How Can I Get My Australian Shepherd to Stop Whining?

How Can I Get My Australian Shepherd to Stop Whining?

At first, you almost don’t think you hear it, it’s so low. Then the noise grows in volume until it’s unmistakable. Your Australian Shepherd is whining at you, and you have no idea why. What’s going on here and how do you make them quiet down?

To get your Aussie to stop whining, try these tactics:

  • Take them to the vet (in case they’re in pain)
  • Train them to be quiet
  • Play with them and tire them out

In this article, we’ll tell you everything you need to know about why your Aussie whines and how to put a stop to it once and for all. If you want a quieter house, then you’re not going to want to miss this! Keep reading.

Why Do Australian Shepherds Whine?

Australian Shepherds by their very nature are vocal dogs. As herders, they have to be, as their barks and stern noises could keep other animals in check. We wrote on our blog recently how to deal with your Aussie noisily barking at every last little thing, but whining is another issue entirely.

When a dog whines, it comes across as a sad sound, at least to us. You might always think something is wrong when you hear your Aussie whining, but it’s not necessarily. Among canines, whining is another communication method, just like barking is.

That can also make it hard to pinpoint why your Aussie is barking. Are they upset? Hungry? In pain? Let’s get into the many reasons your Australian Shepherd might sit and whine at you.


It could be that your Aussie is trying to appease a bad situation, so they’ll start whining. For example, let’s say you come home from a long day at work and see that your couch cushions are destroyed.

Rather than take the brunt of your verbal punishment, your Shepherd could begin whining to try to make the problem go away. You typically end up feeling bad for your dog in the process, so you let the whole matter go. It works, so your Aussie does it again the next time.


In other cases, whining can be exactly what it sounds like, a display of anxiety. Perhaps it’s a stormy afternoon and you’re out walking your Aussie, but they don’t like thunderstorms much. In the distance, you both hear a low rumble of thunder. In response, your Aussie begins whining.

In a case such as this, it’s very easy to determine why your Australian Shepherd is whining. Once you bring them indoors where it’s safe and they can’t hear the thunder as much, they should quiet down and settle in.


You may express excitement by jumping around, clapping, and shouting. Dogs do it more subtly, such as whining when they’re overjoyed. If you offer your Aussie a walk and they begin whining, it’s not that they’re anxious or that they’ve changed their mind. They’re just expressing how happy they are to go on a walk with you.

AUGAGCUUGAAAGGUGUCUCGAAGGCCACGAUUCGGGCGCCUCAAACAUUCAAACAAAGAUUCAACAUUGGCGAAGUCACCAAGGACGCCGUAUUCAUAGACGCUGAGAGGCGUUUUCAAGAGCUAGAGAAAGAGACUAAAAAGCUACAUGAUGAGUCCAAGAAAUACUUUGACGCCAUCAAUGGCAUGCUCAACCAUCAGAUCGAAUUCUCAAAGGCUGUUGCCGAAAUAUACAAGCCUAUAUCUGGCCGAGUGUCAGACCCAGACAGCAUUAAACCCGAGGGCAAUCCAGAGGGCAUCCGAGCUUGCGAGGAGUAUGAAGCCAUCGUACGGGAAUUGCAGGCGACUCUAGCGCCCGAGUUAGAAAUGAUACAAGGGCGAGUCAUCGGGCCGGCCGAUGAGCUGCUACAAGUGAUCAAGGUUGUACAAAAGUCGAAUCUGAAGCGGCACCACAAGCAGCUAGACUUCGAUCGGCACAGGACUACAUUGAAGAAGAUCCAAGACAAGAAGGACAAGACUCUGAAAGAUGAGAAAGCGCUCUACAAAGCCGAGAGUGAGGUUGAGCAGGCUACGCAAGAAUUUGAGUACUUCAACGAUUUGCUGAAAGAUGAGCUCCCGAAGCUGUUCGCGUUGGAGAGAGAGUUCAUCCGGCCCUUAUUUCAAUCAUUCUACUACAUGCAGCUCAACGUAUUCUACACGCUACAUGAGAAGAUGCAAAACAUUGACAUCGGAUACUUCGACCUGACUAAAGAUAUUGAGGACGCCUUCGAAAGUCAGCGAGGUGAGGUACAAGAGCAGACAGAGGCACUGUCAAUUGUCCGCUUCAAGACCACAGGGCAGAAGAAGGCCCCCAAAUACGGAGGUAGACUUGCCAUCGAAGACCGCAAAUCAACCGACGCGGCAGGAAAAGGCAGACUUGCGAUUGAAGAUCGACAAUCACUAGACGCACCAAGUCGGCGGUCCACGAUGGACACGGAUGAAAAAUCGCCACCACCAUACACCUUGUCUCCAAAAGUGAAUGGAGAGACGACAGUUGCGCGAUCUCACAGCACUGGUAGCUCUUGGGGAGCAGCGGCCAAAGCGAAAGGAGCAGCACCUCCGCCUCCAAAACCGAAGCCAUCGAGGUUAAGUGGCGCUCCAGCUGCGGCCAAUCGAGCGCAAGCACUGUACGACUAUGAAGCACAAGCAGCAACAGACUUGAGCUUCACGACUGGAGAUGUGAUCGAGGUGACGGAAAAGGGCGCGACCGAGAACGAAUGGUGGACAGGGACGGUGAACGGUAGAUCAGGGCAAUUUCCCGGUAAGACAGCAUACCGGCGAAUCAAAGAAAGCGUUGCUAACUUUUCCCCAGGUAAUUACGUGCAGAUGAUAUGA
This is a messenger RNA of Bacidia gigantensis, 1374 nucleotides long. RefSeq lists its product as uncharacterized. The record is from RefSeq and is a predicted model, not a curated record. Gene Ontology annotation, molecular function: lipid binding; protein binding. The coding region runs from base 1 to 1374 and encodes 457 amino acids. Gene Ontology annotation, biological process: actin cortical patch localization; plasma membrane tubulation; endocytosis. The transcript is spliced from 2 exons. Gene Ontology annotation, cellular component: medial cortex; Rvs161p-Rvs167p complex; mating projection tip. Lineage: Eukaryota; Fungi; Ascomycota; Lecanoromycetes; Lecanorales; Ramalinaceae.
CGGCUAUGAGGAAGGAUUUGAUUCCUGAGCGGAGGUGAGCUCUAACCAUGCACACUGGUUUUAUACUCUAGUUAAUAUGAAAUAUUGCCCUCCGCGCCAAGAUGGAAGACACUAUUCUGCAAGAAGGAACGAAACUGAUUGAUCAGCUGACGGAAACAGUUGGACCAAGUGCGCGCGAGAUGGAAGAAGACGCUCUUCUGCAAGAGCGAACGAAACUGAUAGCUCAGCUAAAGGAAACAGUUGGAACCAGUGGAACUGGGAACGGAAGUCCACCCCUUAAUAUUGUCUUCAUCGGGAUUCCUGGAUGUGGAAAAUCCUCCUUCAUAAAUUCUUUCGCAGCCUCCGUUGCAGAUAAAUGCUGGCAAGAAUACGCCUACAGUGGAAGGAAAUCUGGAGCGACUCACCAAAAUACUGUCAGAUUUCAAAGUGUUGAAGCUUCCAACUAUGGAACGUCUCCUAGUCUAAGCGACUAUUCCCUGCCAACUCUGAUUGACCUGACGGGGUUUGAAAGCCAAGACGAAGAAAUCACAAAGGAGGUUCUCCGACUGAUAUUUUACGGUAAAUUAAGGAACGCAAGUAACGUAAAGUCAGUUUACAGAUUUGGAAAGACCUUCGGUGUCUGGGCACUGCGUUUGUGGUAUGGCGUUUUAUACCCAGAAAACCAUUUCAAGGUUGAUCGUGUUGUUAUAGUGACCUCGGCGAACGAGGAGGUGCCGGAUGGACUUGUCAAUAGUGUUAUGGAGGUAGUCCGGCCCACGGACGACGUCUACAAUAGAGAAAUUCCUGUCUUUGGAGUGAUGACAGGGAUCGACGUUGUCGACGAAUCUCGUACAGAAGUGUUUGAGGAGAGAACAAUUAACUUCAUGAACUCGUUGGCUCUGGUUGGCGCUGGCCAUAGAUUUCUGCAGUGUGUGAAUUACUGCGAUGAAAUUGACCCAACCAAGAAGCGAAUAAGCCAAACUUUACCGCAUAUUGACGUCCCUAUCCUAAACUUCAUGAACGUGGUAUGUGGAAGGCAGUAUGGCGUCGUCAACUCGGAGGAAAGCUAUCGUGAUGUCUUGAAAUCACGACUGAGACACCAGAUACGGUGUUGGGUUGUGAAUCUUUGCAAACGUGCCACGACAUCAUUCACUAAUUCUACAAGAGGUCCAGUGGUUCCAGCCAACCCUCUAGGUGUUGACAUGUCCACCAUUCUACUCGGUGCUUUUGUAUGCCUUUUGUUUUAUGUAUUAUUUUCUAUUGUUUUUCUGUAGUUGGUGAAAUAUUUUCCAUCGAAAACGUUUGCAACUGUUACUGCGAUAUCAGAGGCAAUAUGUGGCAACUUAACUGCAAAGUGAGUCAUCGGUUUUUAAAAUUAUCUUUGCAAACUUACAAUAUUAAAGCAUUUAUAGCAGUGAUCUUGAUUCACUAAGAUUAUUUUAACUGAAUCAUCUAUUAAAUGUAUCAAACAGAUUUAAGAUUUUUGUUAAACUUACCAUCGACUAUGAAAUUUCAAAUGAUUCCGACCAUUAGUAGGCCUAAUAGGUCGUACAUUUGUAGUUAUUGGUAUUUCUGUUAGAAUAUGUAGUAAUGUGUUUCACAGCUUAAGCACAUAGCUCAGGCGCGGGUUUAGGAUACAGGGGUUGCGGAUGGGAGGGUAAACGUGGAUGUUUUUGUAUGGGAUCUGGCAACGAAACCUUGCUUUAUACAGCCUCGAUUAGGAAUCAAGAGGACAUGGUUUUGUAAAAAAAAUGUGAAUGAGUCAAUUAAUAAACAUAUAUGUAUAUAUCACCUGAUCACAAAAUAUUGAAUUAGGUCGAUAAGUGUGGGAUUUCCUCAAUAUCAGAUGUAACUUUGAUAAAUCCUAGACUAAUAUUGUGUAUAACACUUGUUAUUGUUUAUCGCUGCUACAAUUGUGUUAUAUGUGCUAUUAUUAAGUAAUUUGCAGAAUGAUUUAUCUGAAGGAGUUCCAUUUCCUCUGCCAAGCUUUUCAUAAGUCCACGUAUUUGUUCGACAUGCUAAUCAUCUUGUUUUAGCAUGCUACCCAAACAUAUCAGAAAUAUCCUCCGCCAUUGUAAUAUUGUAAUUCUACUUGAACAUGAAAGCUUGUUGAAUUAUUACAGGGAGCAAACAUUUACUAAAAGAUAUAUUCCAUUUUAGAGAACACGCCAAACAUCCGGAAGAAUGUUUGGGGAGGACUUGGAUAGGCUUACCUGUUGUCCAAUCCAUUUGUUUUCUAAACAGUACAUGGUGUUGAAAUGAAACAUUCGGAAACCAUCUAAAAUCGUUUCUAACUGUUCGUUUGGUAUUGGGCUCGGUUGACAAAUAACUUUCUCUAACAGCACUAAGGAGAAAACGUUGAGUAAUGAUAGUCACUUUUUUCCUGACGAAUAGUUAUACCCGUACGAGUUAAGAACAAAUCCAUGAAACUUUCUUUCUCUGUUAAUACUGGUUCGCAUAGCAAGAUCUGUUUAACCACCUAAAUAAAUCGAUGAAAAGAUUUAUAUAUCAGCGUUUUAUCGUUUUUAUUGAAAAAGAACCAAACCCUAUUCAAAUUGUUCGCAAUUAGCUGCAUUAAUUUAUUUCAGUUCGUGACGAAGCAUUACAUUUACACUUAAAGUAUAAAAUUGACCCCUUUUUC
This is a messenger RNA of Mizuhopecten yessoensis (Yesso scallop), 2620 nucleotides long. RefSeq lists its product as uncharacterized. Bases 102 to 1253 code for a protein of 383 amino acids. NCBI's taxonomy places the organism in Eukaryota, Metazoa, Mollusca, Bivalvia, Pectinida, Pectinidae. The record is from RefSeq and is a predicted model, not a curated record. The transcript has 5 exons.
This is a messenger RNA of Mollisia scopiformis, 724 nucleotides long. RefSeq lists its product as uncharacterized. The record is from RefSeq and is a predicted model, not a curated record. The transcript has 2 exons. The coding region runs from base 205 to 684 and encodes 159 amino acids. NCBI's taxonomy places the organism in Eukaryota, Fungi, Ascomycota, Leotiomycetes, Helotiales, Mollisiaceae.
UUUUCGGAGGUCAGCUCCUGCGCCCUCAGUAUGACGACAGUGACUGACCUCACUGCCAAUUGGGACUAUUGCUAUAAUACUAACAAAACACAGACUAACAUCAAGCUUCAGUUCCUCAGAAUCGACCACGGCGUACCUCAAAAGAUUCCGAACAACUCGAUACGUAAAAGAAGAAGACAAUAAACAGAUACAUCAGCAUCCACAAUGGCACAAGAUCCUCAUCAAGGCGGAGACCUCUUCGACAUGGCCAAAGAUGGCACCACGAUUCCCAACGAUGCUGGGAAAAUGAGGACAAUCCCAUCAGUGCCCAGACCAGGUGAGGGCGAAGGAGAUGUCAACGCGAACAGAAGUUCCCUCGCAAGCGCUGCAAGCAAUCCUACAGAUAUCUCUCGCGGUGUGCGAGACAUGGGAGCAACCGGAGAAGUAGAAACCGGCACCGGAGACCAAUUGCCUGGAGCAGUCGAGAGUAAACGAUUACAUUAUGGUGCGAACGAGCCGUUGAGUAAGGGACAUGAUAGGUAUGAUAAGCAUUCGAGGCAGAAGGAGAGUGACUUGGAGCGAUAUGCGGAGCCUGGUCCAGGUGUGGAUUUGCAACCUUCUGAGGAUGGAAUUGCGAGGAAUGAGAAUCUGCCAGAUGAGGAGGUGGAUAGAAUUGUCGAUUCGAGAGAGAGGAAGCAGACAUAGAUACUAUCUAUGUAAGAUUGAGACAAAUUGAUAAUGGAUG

This is one that will probably come up a lot, especially if you’ve adopted a young Aussie. Your dog has lots of ways to get your attention, such as sitting right by you in the same room. If you’re particularly busy with work or taking care of the children though, then you might not even see your dog.

Thus, they decide to rely on vocal cues to grab your attention. Barking works, but whining does too. It sounds more immediate, so you drop what you’re doing to see what your dog wants. It turns out, your Aussie just craves your time. They’d like to play ball, go for a walk, or even sit out in the backyard with you.

Illness or Injury

In more serious situations, your Australian Shepherd may begin whining to indicate to you that something’s wrong with their health. Perhaps they’re feeling under the weather but aren’t yet exhibiting any major symptoms. Whining is a good way to tell you they’re not at their best.

If your dog is whining and limping, acting lethargic, or staying in one place, then that could be a sign of injury.

How Do You Get Your Aussie to Stop Whining?

Whew, your Aussie sure does whine for a lot of reasons! Contextual clues should point you in the general direction of whether your dog is vocalizing for attention or because something is actually wrong.

Only in having a decent idea why your Australian Shepherd is whining can you begin to ameliorate the issue. Here are three methods you can then try for a quieter dog and a more peaceful home.

Schedule a Vet Appointment